Today I went with four other gals to the Fuyou Road Small Commodities Market. I've been there a handful of times over the past six months. They have four floors of literally any small thing you could think of in bulk. Buttons? Stickers? Hair bands? Miles of silver and gold chain? Socks? Decorations? They have all that and so much more. I was told that come November, the Market would explode with Christmas. I was told correctly!

It's a crazy place anyway, but toss in the traditional holiday decorations from every country in the world (all made in China of course) and it brings a whole new meaning to decking the halls. I love Christmas. It's my favorite holiday by far. Although if you count my Christmas Eve birthday as a holiday, then maybe they would tie, because I love birthdays too. I love decorating for Christmas and add to our arsenal of magic making supplies each year. Though two years ago I went through and seriously culled a good part of our collection as well. Out …

Shanghai Falling

It's been so incredibly cold here over the last couple of weeks. If we go out after dark, it's so cold my teeth hurt and my eyes sting. This does not bode well for the coming winter if it's only November and too cold for my taste. I told Michael our next move needs to be somewhere warm year-round, like the Philippines or Thailand! He threw in "Or Turkey?" Um, no. After a quick check, it snows heavily from November to April and gets well below freezing in winter. It doesn't snow in Shanghai though, so I will cling to that silver lining. Winter in Macau was short. I don't think that will be the case here. After all, we moved here in May and it felt quite chilly for the whole first month.

It doesn't feel like there has really been a fall season here. It went from a few weeks of tolerable tee shirt weather straight to jackets. Not much transitional sweater-but-no-jacket weather. And, as directed by the guards at our complex, I finally put away the flip-f…

Birthday Abroad

We're halfway through our second loop around the calendar of birthdays spent abroad. I love birthdays and will do anything I can to make them special. Ben had his first Shanghai birthday right after we moved here, so he had no friends yet to celebrate with. If you recall, we did actually run into the one person that he did know, so it was still pretty nice for him. The Krispy Kreme Doughnuts we'd been deprived of for over a year helped too!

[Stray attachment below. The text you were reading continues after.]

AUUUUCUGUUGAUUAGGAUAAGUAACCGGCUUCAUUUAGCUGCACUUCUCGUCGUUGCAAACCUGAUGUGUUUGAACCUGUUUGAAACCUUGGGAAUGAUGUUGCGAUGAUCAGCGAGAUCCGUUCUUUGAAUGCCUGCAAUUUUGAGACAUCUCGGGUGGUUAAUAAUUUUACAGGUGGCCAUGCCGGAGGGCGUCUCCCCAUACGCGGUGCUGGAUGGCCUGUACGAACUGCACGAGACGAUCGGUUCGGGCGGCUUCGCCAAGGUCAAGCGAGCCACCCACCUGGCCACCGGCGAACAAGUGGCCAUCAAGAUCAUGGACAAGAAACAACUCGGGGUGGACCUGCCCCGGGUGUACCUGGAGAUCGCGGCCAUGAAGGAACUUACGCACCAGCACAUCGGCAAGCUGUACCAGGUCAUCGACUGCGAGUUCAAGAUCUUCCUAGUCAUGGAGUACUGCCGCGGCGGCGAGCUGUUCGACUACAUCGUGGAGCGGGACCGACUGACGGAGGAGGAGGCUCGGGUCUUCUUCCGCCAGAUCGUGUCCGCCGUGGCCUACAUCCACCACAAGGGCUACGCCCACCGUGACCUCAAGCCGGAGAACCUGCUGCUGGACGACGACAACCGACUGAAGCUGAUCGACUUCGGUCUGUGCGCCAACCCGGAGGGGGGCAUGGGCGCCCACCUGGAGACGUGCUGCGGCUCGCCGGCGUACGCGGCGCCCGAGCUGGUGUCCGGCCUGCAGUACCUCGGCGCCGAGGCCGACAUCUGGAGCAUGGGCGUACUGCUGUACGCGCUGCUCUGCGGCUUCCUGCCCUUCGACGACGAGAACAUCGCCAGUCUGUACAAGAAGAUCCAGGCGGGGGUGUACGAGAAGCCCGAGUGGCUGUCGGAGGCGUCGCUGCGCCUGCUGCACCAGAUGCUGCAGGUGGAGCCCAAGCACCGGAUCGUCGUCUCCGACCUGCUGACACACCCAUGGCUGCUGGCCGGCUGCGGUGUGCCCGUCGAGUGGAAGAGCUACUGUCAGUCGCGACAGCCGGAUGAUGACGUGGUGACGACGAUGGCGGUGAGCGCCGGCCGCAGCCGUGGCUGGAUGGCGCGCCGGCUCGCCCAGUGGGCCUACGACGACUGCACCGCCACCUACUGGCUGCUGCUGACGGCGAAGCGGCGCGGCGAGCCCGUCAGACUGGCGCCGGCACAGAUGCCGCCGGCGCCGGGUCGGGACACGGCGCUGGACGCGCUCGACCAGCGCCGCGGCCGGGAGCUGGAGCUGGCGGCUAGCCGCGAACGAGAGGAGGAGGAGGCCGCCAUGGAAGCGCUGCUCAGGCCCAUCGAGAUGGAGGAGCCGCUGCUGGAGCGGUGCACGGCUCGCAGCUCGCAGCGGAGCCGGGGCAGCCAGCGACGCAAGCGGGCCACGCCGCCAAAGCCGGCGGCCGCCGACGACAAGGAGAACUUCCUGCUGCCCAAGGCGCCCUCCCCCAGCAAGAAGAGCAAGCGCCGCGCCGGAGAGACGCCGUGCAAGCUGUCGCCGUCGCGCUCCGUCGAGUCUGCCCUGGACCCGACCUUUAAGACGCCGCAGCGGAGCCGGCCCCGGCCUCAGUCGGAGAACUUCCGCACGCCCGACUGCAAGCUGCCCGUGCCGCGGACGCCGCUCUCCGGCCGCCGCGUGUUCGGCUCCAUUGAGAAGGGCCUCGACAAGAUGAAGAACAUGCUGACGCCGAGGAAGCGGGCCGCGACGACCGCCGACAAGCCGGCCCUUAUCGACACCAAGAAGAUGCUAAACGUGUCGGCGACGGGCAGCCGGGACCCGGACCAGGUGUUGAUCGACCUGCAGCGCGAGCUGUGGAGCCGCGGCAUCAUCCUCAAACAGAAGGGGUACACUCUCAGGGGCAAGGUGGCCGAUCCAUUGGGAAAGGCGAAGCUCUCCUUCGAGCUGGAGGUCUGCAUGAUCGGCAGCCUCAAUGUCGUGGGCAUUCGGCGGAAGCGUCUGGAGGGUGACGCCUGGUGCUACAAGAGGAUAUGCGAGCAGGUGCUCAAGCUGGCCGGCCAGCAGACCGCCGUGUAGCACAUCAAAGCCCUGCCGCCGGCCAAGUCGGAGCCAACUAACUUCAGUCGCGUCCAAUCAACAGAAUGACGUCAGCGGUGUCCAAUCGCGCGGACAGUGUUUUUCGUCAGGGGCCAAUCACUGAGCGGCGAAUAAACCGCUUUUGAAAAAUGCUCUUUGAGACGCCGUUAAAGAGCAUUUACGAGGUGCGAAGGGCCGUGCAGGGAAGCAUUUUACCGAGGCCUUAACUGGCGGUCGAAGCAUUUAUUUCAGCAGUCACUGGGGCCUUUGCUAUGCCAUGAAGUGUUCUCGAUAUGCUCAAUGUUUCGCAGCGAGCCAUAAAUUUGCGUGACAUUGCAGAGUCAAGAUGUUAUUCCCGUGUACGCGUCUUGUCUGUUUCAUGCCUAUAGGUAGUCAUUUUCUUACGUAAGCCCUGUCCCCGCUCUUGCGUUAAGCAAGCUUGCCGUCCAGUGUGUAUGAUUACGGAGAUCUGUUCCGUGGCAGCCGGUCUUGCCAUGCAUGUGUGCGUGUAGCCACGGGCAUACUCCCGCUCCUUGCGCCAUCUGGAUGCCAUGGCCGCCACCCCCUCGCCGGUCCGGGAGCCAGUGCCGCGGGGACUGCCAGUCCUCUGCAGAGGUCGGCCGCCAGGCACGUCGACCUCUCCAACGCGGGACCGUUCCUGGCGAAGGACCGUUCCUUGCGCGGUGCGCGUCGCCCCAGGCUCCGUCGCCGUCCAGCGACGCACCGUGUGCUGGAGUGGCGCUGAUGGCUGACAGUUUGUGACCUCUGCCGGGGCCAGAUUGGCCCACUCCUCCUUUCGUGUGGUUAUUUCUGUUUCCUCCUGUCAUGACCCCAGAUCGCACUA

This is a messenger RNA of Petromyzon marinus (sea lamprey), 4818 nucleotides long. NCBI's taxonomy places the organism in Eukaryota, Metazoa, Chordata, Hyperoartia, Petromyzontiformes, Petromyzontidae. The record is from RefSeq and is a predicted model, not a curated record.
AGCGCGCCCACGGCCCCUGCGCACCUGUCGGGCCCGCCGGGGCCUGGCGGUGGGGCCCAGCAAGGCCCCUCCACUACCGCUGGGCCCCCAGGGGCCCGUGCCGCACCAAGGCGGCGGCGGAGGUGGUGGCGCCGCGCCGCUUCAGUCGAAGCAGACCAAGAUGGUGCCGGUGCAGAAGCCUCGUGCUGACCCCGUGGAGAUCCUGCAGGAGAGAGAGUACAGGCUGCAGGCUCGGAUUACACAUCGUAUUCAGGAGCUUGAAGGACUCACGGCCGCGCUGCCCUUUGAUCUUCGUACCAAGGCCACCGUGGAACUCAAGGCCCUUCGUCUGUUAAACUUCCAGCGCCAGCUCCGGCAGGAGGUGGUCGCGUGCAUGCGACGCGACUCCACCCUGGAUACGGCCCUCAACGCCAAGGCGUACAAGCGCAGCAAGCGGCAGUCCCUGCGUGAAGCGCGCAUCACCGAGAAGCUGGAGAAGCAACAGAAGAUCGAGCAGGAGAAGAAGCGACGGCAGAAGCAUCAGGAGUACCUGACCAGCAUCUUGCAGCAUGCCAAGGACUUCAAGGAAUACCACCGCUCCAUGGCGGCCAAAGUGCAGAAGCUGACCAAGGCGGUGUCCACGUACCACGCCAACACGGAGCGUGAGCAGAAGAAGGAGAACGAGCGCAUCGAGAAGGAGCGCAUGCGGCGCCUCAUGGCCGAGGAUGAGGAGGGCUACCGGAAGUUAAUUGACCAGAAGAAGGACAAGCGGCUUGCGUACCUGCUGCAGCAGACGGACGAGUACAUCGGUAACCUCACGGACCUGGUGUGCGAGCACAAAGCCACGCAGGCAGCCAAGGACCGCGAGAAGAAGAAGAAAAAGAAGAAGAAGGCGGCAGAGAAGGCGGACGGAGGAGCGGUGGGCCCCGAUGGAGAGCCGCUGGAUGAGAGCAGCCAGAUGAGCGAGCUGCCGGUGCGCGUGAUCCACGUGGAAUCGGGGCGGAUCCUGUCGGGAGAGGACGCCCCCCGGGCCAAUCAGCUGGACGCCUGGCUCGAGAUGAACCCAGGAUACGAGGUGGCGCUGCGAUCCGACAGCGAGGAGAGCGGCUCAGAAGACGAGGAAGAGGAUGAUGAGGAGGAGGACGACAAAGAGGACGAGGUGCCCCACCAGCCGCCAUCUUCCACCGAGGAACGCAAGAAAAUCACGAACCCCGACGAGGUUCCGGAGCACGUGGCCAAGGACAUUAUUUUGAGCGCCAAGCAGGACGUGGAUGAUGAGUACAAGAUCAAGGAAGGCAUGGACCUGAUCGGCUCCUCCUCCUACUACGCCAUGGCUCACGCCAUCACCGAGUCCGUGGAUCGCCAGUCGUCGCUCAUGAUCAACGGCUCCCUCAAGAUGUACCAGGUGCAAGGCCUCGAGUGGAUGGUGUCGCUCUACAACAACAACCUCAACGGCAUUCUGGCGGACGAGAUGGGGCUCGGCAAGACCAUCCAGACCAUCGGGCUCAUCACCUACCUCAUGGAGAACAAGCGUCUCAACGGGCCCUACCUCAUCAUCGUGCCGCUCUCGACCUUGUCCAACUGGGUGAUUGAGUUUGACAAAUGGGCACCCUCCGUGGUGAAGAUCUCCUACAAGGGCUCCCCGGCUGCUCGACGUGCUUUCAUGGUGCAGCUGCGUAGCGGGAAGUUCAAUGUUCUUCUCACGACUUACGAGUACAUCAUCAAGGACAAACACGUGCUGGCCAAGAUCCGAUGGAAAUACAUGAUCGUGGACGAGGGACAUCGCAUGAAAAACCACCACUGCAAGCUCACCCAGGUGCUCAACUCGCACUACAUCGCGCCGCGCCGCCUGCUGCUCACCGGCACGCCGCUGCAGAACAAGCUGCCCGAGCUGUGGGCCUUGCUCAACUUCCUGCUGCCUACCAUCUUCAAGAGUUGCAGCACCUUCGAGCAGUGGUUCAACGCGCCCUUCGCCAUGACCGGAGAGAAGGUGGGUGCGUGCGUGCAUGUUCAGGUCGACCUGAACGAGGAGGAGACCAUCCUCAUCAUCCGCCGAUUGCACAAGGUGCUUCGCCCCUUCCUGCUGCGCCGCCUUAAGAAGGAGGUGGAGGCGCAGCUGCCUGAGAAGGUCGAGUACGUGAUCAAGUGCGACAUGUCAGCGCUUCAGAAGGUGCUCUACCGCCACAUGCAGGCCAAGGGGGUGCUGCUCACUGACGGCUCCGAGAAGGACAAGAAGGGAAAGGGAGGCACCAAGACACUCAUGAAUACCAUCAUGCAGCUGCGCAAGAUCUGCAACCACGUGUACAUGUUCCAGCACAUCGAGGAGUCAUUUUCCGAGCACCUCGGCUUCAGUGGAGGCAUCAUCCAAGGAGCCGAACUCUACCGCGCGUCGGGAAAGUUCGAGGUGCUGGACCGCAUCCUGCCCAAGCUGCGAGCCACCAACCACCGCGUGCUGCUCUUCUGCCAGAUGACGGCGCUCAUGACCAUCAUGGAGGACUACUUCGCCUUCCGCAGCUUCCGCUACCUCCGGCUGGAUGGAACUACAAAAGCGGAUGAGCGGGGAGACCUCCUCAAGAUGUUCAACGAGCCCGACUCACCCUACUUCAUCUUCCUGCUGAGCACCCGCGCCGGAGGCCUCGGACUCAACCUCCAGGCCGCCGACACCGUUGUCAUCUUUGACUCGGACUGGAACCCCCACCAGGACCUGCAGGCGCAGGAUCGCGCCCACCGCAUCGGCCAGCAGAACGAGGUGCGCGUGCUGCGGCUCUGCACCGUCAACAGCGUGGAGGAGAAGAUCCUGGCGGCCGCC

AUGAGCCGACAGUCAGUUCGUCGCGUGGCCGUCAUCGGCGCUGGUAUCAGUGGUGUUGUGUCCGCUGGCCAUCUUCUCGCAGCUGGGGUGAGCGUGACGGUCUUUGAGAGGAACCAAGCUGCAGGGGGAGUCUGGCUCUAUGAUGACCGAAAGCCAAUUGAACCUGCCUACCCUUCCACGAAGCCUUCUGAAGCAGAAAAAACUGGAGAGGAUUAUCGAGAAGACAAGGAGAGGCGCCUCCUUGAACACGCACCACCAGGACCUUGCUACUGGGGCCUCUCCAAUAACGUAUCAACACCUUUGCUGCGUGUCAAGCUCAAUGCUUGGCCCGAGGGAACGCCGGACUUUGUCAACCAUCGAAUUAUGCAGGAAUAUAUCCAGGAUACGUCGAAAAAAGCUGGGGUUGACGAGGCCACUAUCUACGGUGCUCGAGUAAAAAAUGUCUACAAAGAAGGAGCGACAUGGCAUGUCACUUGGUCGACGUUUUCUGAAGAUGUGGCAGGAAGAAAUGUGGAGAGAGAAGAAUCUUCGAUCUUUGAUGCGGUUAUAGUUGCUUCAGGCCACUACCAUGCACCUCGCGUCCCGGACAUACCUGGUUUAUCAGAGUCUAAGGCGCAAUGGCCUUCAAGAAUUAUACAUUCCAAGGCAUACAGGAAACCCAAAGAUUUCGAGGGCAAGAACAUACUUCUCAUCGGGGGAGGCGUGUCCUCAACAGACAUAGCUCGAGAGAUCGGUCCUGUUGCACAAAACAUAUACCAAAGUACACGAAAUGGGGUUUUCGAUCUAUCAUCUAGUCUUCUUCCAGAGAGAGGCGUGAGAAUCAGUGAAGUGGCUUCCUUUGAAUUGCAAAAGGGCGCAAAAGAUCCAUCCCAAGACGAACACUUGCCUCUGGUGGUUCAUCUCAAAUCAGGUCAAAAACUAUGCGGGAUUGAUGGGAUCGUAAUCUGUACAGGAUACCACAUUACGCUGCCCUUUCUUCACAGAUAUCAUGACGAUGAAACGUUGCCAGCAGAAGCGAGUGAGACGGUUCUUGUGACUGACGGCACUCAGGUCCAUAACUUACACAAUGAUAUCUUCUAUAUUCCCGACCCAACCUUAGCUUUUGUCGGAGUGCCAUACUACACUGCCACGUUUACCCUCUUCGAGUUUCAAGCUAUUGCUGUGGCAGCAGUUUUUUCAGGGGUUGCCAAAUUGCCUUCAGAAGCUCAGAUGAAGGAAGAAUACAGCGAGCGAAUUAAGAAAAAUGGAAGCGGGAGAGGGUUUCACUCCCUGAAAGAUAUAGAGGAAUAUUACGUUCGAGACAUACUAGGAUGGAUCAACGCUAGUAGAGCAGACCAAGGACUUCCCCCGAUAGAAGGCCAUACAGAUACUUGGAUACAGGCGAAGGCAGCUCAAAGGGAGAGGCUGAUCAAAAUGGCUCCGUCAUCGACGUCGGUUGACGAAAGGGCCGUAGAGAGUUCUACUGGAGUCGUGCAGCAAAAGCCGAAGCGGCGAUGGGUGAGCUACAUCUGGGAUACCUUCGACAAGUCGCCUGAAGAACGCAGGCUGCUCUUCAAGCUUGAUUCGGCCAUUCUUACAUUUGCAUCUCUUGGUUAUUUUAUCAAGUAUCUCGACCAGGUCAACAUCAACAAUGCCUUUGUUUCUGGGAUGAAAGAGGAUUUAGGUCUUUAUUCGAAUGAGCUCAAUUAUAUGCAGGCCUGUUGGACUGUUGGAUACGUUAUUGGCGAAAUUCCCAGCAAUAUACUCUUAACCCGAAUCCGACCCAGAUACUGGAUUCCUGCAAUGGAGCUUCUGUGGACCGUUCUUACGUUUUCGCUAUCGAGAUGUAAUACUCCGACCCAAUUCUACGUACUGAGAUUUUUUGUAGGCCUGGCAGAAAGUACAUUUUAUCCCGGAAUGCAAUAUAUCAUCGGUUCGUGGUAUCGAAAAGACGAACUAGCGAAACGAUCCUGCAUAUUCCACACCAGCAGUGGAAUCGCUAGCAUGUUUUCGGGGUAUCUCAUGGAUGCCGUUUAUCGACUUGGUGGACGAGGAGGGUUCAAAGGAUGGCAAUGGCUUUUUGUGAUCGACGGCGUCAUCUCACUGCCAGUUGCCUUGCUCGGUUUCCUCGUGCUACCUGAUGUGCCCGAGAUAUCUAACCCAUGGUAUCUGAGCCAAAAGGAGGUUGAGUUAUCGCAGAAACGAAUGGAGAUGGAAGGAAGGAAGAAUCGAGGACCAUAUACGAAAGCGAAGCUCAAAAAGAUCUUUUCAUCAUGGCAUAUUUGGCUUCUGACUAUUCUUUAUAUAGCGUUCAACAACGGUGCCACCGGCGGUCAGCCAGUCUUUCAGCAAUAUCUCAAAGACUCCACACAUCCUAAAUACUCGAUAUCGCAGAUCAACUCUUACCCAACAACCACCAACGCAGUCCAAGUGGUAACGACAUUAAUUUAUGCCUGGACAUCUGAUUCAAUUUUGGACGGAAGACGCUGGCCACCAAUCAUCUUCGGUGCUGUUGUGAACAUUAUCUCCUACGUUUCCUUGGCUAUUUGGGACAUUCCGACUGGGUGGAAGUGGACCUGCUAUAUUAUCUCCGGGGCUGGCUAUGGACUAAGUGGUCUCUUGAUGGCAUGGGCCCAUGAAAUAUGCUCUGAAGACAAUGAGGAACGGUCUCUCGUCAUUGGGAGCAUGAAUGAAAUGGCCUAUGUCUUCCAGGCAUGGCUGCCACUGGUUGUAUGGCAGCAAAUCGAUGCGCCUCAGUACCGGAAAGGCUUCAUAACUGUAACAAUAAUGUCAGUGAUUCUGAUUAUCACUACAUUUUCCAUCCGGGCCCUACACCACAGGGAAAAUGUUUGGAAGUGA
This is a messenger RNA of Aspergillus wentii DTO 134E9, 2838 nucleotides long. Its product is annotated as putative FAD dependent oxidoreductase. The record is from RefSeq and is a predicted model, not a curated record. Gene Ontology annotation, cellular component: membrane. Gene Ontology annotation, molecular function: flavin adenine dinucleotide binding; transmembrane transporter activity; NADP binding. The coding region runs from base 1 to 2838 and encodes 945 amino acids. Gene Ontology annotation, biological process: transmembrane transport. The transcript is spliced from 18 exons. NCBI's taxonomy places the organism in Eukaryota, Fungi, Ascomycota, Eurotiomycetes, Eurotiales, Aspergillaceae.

Today is my firstborn's 12th birthday. Nathan is the one who changed my name from Heather to Mama. He's a pretty special kid. We celebrated with a weekend of fun. Yesterday we invited half a dozen boys to go to a local Laser Tag place. We rented a van and driver for the day so we could go collect all the kids, take them out to the place, and then bring them back for pizza and cake before taking them all back home again. I miss having my own car. The boys had a blast!

After laser tag but before pizza, I caught a photo of the boys…

As long as the root beer isn't flat...

Poor Snoopy.


The apartment complexes in Shanghai are like little suburbs in the sky. Instead of a sprawling neighborhood, they just go straight up in the air. For instance, our complex takes up an entire block with eight buildings, and each building has between 30 and 42 floors, with two to three flats per floor. That's a lot of people living in a single city block!

Our complex has two entrances, both are heavily guarded. Each building also has a guard around the clock who sits at a desk in the lobby. When we moved in, all the guards were pretty grim faced. That's their job, I suppose. I mean, they aren't there to serve as ambassadors for unauthorized people to go strolling around the grounds. I, however, am an ambassador. An ambassador of the expat community. So I've made it my job to make sure to pause, look every single guard in the eye, smile a dazzling smile and give each of them a cheery ni hao (hello) each time I pass one of them.

At first, the guards would just grunt at m…

Macau Fringe Festival presents Anni Ha

Hello readers in Macau!

May I quickly draw your attention to an event about to take place in your area? The Macau Fringe Festival takes place at various locations throughout the city during the month of November. You can see the full line-up here. But what I really want to draw your attention to is one particular act, called The Other Ex-Pat. This is a one woman show put on by the incredibly talented Aussie actress Anni Ha.

Anni, like myself, is living abroad because of her husband's job. They were newlyweds when they moved to Macau, and Anni has really dug into the expat community. One story she heard over and over again was that of the accompanying spouse and the search for an identity in this role. Many accompanying spouses have left full-fledged careers behind, putting their partner's trajectory above their own, resulting in a transitional period of figuring out just who they are in a new country, with new friends, new expectations, and new challenges. This story, heard …